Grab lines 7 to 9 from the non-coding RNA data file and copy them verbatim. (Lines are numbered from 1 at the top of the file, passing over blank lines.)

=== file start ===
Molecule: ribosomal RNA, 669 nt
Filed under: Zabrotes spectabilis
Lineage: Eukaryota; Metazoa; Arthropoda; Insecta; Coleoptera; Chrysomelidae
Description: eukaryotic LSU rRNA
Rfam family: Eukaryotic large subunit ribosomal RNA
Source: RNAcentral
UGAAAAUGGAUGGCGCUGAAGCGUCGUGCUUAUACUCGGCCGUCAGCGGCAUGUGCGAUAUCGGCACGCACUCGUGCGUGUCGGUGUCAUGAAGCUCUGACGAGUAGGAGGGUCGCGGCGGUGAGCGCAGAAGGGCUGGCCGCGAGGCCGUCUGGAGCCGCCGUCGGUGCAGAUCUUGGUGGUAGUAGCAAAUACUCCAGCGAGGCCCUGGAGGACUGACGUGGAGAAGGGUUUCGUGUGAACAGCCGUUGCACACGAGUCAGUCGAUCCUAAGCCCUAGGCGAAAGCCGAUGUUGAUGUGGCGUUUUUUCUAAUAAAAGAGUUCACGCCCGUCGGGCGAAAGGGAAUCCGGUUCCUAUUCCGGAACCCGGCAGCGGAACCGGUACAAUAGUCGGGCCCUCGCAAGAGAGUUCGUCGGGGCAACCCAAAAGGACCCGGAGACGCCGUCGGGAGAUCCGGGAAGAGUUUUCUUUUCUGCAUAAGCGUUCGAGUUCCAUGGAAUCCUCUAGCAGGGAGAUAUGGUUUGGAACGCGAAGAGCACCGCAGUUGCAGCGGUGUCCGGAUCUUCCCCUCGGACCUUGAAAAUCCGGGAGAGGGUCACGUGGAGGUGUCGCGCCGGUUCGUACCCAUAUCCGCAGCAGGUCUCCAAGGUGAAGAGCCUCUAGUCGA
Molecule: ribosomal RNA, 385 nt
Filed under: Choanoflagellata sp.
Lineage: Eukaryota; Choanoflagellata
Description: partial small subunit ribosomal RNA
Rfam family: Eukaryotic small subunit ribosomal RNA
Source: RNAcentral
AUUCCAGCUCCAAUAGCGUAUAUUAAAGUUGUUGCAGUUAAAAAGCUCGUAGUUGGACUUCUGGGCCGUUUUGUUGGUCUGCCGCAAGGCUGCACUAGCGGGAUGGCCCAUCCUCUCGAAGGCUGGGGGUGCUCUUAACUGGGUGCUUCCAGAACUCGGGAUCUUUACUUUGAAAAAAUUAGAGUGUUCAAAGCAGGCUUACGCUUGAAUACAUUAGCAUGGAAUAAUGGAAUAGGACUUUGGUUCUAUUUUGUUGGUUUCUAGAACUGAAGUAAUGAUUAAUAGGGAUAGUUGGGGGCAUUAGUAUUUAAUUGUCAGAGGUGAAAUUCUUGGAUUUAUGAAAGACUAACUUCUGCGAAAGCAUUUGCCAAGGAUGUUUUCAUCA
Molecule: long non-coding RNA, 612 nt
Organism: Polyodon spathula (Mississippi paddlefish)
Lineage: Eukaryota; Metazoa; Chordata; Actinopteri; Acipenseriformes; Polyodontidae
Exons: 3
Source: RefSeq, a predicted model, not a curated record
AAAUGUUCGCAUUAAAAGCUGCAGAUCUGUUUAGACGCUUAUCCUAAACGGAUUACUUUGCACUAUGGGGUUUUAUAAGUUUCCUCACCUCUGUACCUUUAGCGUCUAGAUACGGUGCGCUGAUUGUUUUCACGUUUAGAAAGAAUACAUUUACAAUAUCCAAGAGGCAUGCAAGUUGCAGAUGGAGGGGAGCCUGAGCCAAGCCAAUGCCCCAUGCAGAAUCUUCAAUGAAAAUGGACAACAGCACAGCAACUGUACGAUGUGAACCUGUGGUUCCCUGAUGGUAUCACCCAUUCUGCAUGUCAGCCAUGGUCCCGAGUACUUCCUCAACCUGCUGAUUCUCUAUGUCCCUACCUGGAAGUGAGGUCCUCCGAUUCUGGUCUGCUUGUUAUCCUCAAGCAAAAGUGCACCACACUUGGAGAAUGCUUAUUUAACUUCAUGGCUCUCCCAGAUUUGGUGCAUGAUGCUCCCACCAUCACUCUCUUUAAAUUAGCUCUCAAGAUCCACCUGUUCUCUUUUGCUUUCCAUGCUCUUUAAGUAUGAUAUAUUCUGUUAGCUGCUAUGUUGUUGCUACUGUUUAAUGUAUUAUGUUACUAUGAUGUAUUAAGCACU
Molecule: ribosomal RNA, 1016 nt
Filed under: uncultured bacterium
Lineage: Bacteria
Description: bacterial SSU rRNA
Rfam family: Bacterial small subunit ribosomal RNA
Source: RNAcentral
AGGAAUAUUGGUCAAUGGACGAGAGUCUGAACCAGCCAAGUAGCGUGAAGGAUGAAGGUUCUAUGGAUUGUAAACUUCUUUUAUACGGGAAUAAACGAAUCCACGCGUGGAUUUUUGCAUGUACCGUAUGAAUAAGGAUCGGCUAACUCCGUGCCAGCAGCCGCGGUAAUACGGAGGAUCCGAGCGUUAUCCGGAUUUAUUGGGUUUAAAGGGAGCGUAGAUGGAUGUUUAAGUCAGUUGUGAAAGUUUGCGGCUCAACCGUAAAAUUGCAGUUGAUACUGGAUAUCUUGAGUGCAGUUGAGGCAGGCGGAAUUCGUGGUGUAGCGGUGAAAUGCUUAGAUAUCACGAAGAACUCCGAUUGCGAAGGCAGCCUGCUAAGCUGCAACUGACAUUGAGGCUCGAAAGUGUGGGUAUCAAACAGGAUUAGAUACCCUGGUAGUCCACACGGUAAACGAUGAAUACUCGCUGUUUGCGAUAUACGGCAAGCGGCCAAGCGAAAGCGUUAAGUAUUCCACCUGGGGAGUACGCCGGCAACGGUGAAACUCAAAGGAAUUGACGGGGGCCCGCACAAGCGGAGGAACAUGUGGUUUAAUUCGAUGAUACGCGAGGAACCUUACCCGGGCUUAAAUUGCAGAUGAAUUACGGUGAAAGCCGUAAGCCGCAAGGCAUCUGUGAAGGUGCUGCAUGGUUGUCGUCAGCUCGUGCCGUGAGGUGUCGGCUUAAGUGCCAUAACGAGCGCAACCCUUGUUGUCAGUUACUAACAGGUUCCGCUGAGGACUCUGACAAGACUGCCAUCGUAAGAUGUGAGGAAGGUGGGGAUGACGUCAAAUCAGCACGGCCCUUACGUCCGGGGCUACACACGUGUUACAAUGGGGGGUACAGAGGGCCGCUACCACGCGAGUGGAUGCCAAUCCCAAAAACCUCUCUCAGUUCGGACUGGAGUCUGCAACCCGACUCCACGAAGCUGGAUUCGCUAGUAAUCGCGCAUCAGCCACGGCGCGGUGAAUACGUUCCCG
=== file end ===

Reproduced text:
UGAAAAUGGAUGGCGCUGAAGCGUCGUGCUUAUACUCGGCCGUCAGCGGCAUGUGCGAUAUCGGCACGCACUCGUGCGUGUCGGUGUCAUGAAGCUCUGACGAGUAGGAGGGUCGCGGCGGUGAGCGCAGAAGGGCUGGCCGCGAGGCCGUCUGGAGCCGCCGUCGGUGCAGAUCUUGGUGGUAGUAGCAAAUACUCCAGCGAGGCCCUGGAGGACUGACGUGGAGAAGGGUUUCGUGUGAACAGCCGUUGCACACGAGUCAGUCGAUCCUAAGCCCUAGGCGAAAGCCGAUGUUGAUGUGGCGUUUUUUCUAAUAAAAGAGUUCACGCCCGUCGGGCGAAAGGGAAUCCGGUUCCUAUUCCGGAACCCGGCAGCGGAACCGGUACAAUAGUCGGGCCCUCGCAAGAGAGUUCGUCGGGGCAACCCAAAAGGACCCGGAGACGCCGUCGGGAGAUCCGGGAAGAGUUUUCUUUUCUGCAUAAGCGUUCGAGUUCCAUGGAAUCCUCUAGCAGGGAGAUAUGGUUUGGAACGCGAAGAGCACCGCAGUUGCAGCGGUGUCCGGAUCUUCCCCUCGGACCUUGAAAAUCCGGGAGAGGGUCACGUGGAGGUGUCGCGCCGGUUCGUACCCAUAUCCGCAGCAGGUCUCCAAGGUGAAGAGCCUCUAGUCGA
Molecule: ribosomal RNA, 385 nt
Filed under: Choanoflagellata sp.